Local experts say rising interest rates affected the market

Cookeville – To buy or not to buy? That is the question facing those studying the housing market or dipping their toe in the prospect of owning a home. 

For many, the American dream of owning a home has been sidelined, existing only in the perpetual queue, and the reality of renting has entered the chat. Over the past two years, rising interest rates and higher home prices forced many Americans to ditch the dream, at least for now.

Mike Brady (Brady) of Highlands Elite Real Estate and his brother Mark work together in the realty game, and they have seen the struggle firsthand.

“Interest rates have slowly come down over the last month or so,” said Brady. “But, with that being said, I do feel like interest rates for the last two years have affected the market. Buyers and sellers have had concerns about buying or selling because of such a drastic increase in the interest rate from 2021.”

In 2022, the duo sold 68 units. In 2023, only 41. The average cost of a home in the Upper Cumberland (UC) region was $323,055 in 2023, up 1.03% from $318,887 in 2022.

According to Brady, 2,646 units were sold in the area in 2023, down from 2,931 in 2022. Interest rates said to “fight inflation” have increased, including a huge increase in May 2022, from 2.7201% to somewhere between 5.25 and 5.50% at the end of 2023. 

The Federal Reserve says interest rates may range from 4.25% to 4.5% by the end of 2024.

According to an analysis by real estate platform Redfin, home prices are up 20% since Joe Biden took office in 2020. Mortgage rates, high prices and low supply dynamics have priced out buyers looking to own a home.

There does seem to be some good news. All indications point to a slight improvement in the current market. Redfin predicts listings will climb, mortgage rates will fall to about 6.6%, and prices will drop 1% in 2024.

“In Nov. 2023, U.S. home prices were up 3.6% compared to last year, selling for a median price of $408,537,” according to a housing overview by redfin.com. “On average, the number of homes sold was down 6% year over year and there were 363,048 homes sold in November this year (2023), down 386,327 homes sold in November last year (2022). The national average 30-year fixed rate mortgage rate is 7.4%, up 0.6 points year-over-year.”

One of the primary struggles for the housing market is elevated mortgage rates and consumer price increases. The latter may delay the expected interest rate cut by the the Fed in March. According to an economist poll by Reuters, the Consumer Price Index (CPI) rose 3.4% in the 12 months through December 2023.

In the UC, inventory for new homes is low. Brady said high interest rates are the problem.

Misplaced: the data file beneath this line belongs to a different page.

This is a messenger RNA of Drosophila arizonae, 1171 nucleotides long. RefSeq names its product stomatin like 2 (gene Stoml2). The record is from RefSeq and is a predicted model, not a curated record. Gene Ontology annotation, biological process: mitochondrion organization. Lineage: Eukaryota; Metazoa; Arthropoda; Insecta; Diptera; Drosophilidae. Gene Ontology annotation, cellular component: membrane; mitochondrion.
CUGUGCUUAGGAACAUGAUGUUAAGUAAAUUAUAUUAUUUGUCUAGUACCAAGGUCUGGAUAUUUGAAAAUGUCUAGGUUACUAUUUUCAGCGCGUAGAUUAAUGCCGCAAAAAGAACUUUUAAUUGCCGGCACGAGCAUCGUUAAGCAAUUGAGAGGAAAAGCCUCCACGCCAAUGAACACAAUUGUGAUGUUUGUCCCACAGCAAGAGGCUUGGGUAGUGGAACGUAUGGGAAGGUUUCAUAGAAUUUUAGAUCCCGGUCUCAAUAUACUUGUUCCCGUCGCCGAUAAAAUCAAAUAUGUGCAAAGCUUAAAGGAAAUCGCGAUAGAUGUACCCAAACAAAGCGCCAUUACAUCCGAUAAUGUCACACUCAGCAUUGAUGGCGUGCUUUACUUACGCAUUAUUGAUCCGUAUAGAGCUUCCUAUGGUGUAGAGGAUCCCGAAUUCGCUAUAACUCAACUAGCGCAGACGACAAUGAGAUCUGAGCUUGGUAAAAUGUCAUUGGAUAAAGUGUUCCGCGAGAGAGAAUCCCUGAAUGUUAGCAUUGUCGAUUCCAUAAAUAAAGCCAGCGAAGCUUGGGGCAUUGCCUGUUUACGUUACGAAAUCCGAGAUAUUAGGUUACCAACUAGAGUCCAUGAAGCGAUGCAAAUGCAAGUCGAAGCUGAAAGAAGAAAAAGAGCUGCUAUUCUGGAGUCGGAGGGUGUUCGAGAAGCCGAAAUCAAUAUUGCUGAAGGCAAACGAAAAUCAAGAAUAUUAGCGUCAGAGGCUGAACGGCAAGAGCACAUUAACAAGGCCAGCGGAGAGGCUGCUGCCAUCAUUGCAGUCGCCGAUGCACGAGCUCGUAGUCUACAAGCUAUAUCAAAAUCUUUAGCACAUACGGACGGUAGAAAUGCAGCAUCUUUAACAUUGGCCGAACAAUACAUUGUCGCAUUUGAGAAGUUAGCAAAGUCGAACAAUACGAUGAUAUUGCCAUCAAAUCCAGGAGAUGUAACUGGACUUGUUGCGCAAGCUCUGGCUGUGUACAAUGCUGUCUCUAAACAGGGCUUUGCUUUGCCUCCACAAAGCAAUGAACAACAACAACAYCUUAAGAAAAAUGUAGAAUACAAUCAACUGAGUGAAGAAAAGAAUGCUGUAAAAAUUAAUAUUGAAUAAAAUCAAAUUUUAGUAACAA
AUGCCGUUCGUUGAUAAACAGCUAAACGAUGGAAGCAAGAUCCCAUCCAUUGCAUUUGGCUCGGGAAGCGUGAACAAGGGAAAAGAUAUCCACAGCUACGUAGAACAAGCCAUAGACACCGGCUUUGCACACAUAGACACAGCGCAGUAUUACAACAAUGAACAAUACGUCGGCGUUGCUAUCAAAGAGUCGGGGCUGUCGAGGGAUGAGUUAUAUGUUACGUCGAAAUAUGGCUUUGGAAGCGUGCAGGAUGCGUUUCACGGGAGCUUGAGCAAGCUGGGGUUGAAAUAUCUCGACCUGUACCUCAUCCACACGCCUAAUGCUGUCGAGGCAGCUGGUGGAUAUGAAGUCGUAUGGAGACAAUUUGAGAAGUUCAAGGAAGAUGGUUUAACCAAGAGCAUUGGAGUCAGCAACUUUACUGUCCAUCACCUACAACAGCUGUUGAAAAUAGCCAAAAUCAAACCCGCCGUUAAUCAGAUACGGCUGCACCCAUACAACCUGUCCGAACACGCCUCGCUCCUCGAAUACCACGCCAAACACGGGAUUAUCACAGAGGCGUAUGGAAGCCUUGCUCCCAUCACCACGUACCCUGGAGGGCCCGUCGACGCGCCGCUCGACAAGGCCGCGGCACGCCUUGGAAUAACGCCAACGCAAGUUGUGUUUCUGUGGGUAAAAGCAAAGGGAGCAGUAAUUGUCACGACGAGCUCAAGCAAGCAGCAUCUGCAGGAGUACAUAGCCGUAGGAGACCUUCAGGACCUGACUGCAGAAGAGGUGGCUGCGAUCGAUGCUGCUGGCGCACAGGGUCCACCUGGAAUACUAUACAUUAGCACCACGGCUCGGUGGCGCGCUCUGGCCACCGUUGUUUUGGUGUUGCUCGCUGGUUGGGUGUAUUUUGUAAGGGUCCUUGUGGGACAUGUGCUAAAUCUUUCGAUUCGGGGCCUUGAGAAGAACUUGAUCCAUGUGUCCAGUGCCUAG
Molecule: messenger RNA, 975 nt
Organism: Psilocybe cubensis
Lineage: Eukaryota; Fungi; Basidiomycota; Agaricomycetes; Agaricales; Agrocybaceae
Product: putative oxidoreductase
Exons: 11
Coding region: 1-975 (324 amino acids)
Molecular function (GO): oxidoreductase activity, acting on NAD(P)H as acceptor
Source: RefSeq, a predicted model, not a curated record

“Inventory is still low by comparison,” said Brady. “I attest this to interest rates. People don’t want to list their homes with a locked-in low-rate mortgage compared to what they would have with a new mortgage.”

People are fighting for every dollar. 

“The prices of homes haven’t changed much compared to 2022,” he said. “I am seeing a little more negotiating on a sales price. Market conditions changed in 2020. That’s when I saw a big change in prices in the Upper Cumberland.”

Will the market rebound in an election year? Brady thinks so.

“I feel like the market in 2024 is going to be better than the last two years,” said Brady. “With interest rates coming down and stabilizing, it will increase activity for buyers and sellers that have been on the fence to move forward.”

As mortgage rates drop, which seems to be the trend, housing prices will too.

“Listings will rise, and prices and rates will fall,” Daryl Fairweather predicts on redfin.com. “But high housing costs will remain a problem for young families, which will increase demand for large rentals and force President Biden to make affordability a cornerstone of his reelection bid. We’re starting to see signs of a shift toward a buyer’s market as pandemic-driven inflation takes its last gasps, mortgage rates come down, and more people list their homes for sale. We expect these trends to continue in the new year, ushering in a season of hope for aspiring homebuyers.”

What is the UC’s housing market looking like in 2024?

“2024 is going to be a better year to buy or sell,” said Brady. “Interest rates are more affordable than the last couple of years. We will see an influx of listings come out which will give buyer’s more options to choose from when trying to find their perfect home.”

This is the first in a continuing series. Check back to part two.

Image by Freepik.

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Ron Moses is the managing editor of the Upper Cumberland Business Journal and can be reached via email. Send an email.

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